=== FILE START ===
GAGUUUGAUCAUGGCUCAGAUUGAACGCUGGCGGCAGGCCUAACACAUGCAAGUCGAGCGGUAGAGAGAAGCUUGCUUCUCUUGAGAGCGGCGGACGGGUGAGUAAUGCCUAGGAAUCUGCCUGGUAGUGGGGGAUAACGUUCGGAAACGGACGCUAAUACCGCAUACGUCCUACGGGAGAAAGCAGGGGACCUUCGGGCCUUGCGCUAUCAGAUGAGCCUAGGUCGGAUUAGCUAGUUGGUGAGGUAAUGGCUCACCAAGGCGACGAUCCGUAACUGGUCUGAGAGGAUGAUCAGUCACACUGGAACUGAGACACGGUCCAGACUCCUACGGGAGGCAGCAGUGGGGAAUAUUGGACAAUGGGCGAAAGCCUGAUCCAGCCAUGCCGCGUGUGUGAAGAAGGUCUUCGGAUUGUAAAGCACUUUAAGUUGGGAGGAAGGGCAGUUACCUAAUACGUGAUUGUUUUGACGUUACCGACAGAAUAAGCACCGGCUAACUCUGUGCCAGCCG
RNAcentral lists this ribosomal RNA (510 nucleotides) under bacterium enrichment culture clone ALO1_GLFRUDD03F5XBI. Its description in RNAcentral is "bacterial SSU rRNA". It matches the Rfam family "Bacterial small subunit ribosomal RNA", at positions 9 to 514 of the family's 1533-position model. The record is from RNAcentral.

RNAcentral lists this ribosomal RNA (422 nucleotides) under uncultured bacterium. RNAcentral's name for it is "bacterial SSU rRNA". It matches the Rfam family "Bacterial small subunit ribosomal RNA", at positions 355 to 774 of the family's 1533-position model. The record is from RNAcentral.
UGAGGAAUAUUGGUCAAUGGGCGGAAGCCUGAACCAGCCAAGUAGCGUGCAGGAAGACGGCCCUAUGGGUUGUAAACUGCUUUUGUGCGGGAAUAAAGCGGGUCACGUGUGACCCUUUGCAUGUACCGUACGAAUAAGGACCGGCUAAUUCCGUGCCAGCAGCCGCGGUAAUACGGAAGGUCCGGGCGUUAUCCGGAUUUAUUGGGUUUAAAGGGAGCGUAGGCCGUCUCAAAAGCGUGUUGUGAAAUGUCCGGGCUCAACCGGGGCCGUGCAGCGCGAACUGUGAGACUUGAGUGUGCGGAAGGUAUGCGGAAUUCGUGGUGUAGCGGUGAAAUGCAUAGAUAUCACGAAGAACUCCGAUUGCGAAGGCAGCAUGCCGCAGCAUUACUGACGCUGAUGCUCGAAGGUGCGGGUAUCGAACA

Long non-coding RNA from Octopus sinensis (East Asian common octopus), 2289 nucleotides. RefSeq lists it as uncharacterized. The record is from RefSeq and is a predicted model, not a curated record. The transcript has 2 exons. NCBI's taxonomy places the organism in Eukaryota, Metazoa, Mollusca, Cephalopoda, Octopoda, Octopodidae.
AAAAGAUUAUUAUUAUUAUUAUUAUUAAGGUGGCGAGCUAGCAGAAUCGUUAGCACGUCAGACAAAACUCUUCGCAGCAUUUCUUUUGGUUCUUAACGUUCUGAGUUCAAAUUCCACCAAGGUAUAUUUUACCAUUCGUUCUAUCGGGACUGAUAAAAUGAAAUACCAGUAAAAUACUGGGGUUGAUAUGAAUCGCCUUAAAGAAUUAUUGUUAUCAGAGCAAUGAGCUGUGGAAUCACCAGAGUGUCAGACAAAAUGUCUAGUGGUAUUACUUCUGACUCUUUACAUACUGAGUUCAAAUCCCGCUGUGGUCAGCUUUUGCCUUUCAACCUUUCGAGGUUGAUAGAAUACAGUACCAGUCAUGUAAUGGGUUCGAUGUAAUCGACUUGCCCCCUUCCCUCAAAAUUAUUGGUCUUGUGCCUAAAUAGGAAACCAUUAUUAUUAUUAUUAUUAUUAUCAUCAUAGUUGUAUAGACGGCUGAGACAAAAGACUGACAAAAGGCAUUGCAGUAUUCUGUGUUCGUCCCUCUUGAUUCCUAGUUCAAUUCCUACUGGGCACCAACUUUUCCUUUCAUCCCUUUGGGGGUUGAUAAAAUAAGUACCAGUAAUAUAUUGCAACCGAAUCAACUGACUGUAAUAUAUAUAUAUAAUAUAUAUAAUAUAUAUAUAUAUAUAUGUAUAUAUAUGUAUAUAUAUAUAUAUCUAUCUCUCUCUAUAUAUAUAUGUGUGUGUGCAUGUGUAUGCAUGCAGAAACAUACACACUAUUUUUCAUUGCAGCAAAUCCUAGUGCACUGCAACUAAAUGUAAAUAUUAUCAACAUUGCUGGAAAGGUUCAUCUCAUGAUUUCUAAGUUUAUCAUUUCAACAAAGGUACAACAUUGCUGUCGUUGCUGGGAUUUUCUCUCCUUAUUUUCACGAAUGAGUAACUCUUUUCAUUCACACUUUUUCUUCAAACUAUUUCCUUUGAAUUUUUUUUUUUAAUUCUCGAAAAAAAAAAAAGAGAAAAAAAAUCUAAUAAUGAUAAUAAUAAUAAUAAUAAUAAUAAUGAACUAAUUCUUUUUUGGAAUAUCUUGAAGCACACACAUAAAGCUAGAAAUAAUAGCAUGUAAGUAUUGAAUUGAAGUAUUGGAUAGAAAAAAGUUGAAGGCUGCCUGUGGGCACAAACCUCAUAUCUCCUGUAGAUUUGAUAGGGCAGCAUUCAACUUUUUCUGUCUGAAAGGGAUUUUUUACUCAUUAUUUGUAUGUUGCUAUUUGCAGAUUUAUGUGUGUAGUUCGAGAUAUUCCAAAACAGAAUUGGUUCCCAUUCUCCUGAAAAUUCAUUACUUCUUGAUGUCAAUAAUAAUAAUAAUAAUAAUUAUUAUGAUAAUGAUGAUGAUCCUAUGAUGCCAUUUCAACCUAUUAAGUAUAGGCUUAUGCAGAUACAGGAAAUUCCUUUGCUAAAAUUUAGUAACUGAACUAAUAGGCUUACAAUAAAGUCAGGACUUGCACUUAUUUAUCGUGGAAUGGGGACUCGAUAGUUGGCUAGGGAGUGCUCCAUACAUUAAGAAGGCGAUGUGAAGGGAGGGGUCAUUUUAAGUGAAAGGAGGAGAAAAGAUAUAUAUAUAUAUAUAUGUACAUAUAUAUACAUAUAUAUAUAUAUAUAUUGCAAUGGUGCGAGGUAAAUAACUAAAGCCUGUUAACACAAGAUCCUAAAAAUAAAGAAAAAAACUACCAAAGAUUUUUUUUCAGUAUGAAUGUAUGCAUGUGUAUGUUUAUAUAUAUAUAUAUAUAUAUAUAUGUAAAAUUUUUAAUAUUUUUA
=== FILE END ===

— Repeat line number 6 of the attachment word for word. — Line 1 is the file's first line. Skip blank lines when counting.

AAAAGAUUAUUAUUAUUAUUAUUAUUAAGGUGGCGAGCUAGCAGAAUCGUUAGCACGUCAGACAAAACUCUUCGCAGCAUUUCUUUUGGUUCUUAACGUUCUGAGUUCAAAUUCCACCAAGGUAUAUUUUACCAUUCGUUCUAUCGGGACUGAUAAAAUGAAAUACCAGUAAAAUACUGGGGUUGAUAUGAAUCGCCUUAAAGAAUUAUUGUUAUCAGAGCAAUGAGCUGUGGAAUCACCAGAGUGUCAGACAAAAUGUCUAGUGGUAUUACUUCUGACUCUUUACAUACUGAGUUCAAAUCCCGCUGUGGUCAGCUUUUGCCUUUCAACCUUUCGAGGUUGAUAGAAUACAGUACCAGUCAUGUAAUGGGUUCGAUGUAAUCGACUUGCCCCCUUCCCUCAAAAUUAUUGGUCUUGUGCCUAAAUAGGAAACCAUUAUUAUUAUUAUUAUUAUUAUCAUCAUAGUUGUAUAGACGGCUGAGACAAAAGACUGACAAAAGGCAUUGCAGUAUUCUGUGUUCGUCCCUCUUGAUUCCUAGUUCAAUUCCUACUGGGCACCAACUUUUCCUUUCAUCCCUUUGGGGGUUGAUAAAAUAAGUACCAGUAAUAUAUUGCAACCGAAUCAACUGACUGUAAUAUAUAUAUAUAAUAUAUAUAAUAUAUAUAUAUAUAUAUGUAUAUAUAUGUAUAUAUAUAUAUAUCUAUCUCUCUCUAUAUAUAUAUGUGUGUGUGCAUGUGUAUGCAUGCAGAAACAUACACACUAUUUUUCAUUGCAGCAAAUCCUAGUGCACUGCAACUAAAUGUAAAUAUUAUCAACAUUGCUGGAAAGGUUCAUCUCAUGAUUUCUAAGUUUAUCAUUUCAACAAAGGUACAACAUUGCUGUCGUUGCUGGGAUUUUCUCUCCUUAUUUUCACGAAUGAGUAACUCUUUUCAUUCACACUUUUUCUUCAAACUAUUUCCUUUGAAUUUUUUUUUUUAAUUCUCGAAAAAAAAAAAAGAGAAAAAAAAUCUAAUAAUGAUAAUAAUAAUAAUAAUAAUAAUAAUGAACUAAUUCUUUUUUGGAAUAUCUUGAAGCACACACAUAAAGCUAGAAAUAAUAGCAUGUAAGUAUUGAAUUGAAGUAUUGGAUAGAAAAAAGUUGAAGGCUGCCUGUGGGCACAAACCUCAUAUCUCCUGUAGAUUUGAUAGGGCAGCAUUCAACUUUUUCUGUCUGAAAGGGAUUUUUUACUCAUUAUUUGUAUGUUGCUAUUUGCAGAUUUAUGUGUGUAGUUCGAGAUAUUCCAAAACAGAAUUGGUUCCCAUUCUCCUGAAAAUUCAUUACUUCUUGAUGUCAAUAAUAAUAAUAAUAAUAAUUAUUAUGAUAAUGAUGAUGAUCCUAUGAUGCCAUUUCAACCUAUUAAGUAUAGGCUUAUGCAGAUACAGGAAAUUCCUUUGCUAAAAUUUAGUAACUGAACUAAUAGGCUUACAAUAAAGUCAGGACUUGCACUUAUUUAUCGUGGAAUGGGGACUCGAUAGUUGGCUAGGGAGUGCUCCAUACAUUAAGAAGGCGAUGUGAAGGGAGGGGUCAUUUUAAGUGAAAGGAGGAGAAAAGAUAUAUAUAUAUAUAUAUGUACAUAUAUAUACAUAUAUAUAUAUAUAUAUUGCAAUGGUGCGAGGUAAAUAACUAAAGCCUGUUAACACAAGAUCCUAAAAAUAAAGAAAAAAACUACCAAAGAUUUUUUUUCAGUAUGAAUGUAUGCAUGUGUAUGUUUAUAUAUAUAUAUAUAUAUAUAUAUGUAAAAUUUUUAAUAUUUUUA